American focus: the dollar advanced to a one-month high against the euro before tomorrow’s U.S. payrolls report, forecast to show employers added jobs for a third month and the unemployment rate eased to 9.7 percent.
The euro dropped below the 200-day moving average versus the dollar as the European Union discussed spreading the cost of bank failures. Brazil’s real fell as the central bank set reserve requirements on positions against the dollar held by local banks in a third attempt since October to stem a rally in the currency.
“The dollar is really in demand,” said Kathy Lien, director of currency research at online trader GFT Forex in New York. “Non-farm payrolls are still going to be very good, and the risk of an upside surprise is much more significant than a shortfall. A lot of people are positioning for a stronger number.”
The dollar appreciated 1 percent to $1.3018 per euro at 11:12 a.m. in New York, from $1.3149 yesterday, after touching $1.3013, the strongest level since Dec. 1. The greenback traded at 83.11 yen, compared with 83.25 The euro decreased 1.2 percent to 108.19 yen, from 109.47 yen.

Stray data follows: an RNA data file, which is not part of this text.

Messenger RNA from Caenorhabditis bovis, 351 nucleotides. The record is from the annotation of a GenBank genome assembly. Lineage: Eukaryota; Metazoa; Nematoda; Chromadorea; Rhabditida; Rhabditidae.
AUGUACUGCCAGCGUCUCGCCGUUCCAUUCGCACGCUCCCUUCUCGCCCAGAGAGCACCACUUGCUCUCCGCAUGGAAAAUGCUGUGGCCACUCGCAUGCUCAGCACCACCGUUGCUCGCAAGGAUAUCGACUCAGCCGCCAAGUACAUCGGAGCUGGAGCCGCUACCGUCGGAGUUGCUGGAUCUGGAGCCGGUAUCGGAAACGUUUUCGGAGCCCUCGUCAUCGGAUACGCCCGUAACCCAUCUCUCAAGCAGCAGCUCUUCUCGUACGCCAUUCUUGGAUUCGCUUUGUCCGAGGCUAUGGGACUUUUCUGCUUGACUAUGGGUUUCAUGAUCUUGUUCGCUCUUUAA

IntercontinentalExchange Inc.’s Dollar Index, which tracks the greenback against the currencies of six major U.S. trading partners, advanced for a fourth day, rising as much as 0.7 percent to 80.806, the highest level since Dec. 23.
A December gain of 150,000 in U.S. nonfarm payrolls is the median forecast of 78 economists in a Bloomberg News survey before tomorrow’s Labor Department report. The jobless rate may drop from 9.8 percent.